Defrost: ideal for those who freeze their bread. This function will warm bread first then toast it, all in one cycle, so you don’t have to change the browning options half way through.

Crumb tray: this captures any loose crumbs during toasting and can be pulled out and emptied. It’s important to keep it clean as otherwise it can limit the life of your toaster.

Cancel: a basic feature which allows you to stop bread from toasting mid-cycle.

Extra lift: where toasting slots can be lifted higher than normal to make removing toast or smaller items like crumpets easier and without burning your fingers. 

Bagel setting: this will only toast the cut side of a bagel or crumpet. 

Countdown timer: normally on more expensive models, this feature shows how long is left before your toast is ready. This means you can make sure the rest of your

breakie is on the same time schedule.

Bun warmer: this will warm buns or croissants either with a separate rack which clips on top of the toaster or using an integrated version that you can access via a lever. 

Sandwich toasting cage: these slot inside the toaster and have a solid bottom to stop ingredients dripping from them into the slots. If you’re a toastie fan, these are a great extra addition and save you having to buy a separate toastie machine.

Peek and pop: a nifty feature which allows you to pause toasting, raise the bread and check on it without resetting the cycle.

Four-slice toaster or two-slice toaster?

If your budget allows, generally four-slice toasters are the better option. It means you have more flexibility, as you can toast bread on one side and crumpets on the other, often with two different controls to optimise individual toasting time. They also cater for larger numbers, which is great if you have kids or share your home with one or two others.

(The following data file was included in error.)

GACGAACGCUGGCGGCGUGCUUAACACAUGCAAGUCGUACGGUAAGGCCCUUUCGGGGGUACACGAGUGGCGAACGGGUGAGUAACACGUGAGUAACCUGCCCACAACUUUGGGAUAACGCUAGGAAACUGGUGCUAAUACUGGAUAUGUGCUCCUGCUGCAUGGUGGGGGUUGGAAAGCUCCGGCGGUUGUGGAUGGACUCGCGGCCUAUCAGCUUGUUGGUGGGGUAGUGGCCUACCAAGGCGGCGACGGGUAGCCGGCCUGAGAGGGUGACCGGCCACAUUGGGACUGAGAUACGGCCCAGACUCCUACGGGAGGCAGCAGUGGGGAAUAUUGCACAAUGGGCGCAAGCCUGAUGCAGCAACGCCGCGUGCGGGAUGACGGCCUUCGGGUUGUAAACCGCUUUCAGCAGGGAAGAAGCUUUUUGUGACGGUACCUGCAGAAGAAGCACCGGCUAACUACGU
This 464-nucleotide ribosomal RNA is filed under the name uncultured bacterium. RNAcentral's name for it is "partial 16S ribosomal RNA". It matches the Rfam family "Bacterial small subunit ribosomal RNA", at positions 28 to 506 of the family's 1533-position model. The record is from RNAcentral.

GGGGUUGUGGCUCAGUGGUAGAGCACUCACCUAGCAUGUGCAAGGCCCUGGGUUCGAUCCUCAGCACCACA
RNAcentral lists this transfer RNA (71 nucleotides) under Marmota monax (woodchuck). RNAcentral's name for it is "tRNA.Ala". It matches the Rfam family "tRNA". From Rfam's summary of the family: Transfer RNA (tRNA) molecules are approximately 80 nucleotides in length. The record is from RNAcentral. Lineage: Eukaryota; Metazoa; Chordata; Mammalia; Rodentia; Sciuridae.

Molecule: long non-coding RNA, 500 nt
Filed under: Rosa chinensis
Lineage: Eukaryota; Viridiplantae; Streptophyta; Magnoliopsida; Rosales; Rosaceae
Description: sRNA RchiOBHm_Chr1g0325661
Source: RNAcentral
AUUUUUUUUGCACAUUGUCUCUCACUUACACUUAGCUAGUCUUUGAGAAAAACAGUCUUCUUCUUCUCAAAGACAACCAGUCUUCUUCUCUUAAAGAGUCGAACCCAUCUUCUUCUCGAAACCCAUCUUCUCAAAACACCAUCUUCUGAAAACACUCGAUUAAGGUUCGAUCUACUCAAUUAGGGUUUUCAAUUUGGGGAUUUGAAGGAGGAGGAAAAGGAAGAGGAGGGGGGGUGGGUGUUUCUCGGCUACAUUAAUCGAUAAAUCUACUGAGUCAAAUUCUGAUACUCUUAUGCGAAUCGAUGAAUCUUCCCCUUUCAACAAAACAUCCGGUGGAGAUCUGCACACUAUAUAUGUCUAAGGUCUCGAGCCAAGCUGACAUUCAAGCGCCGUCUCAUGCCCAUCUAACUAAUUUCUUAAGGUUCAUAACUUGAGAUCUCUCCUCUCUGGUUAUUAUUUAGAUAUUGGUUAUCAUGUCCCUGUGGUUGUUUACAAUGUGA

Two-slice toasters are great if you’re short on worktop space though. But to solve this issue you could always go for a slim line two-slot option where the slots are longer and fit two slices of bread in each side.

Toaster reviews

Here’s our pick of the most popular reviews.

1. Dualit Classic Copper Four Slice Toaster: £199.99, Lakeland

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  • Four-slice toaster
  • Hand-built and hard-wearing
  • Replaceable parts
  • Stylish
  • Peek and pop feature
  • Produces evenly browned toast

Find out more about four-slice toasters 

2. AmazonBasics Automatic 4-Slice Toaster: £22.99, Amazon

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  • Slimline toaster which fits four slices of bread
  • Produces evenly browned toast (although larger slices may need to go in sideways)
  • Has a bun warmer feature
  • Reasonably priced

Find out more about slimline toasters 

3. Morphy Richards Chroma: £23, Amazon

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  • Two-slice toaster
  • Produces evenly browned toast
  • The crumb tray works well and is easy to clean
  • Has a reheat setting
  • Reasonably price

Find out more about two-slice toasters 

IndyBest product reviews are unbiased, independent advice you can trust. On some occasions, we earn revenue if you click the links and buy the products, but we never allow this to bias our coverage. The reviews are compiled through a mix of expert opinion and real-world testing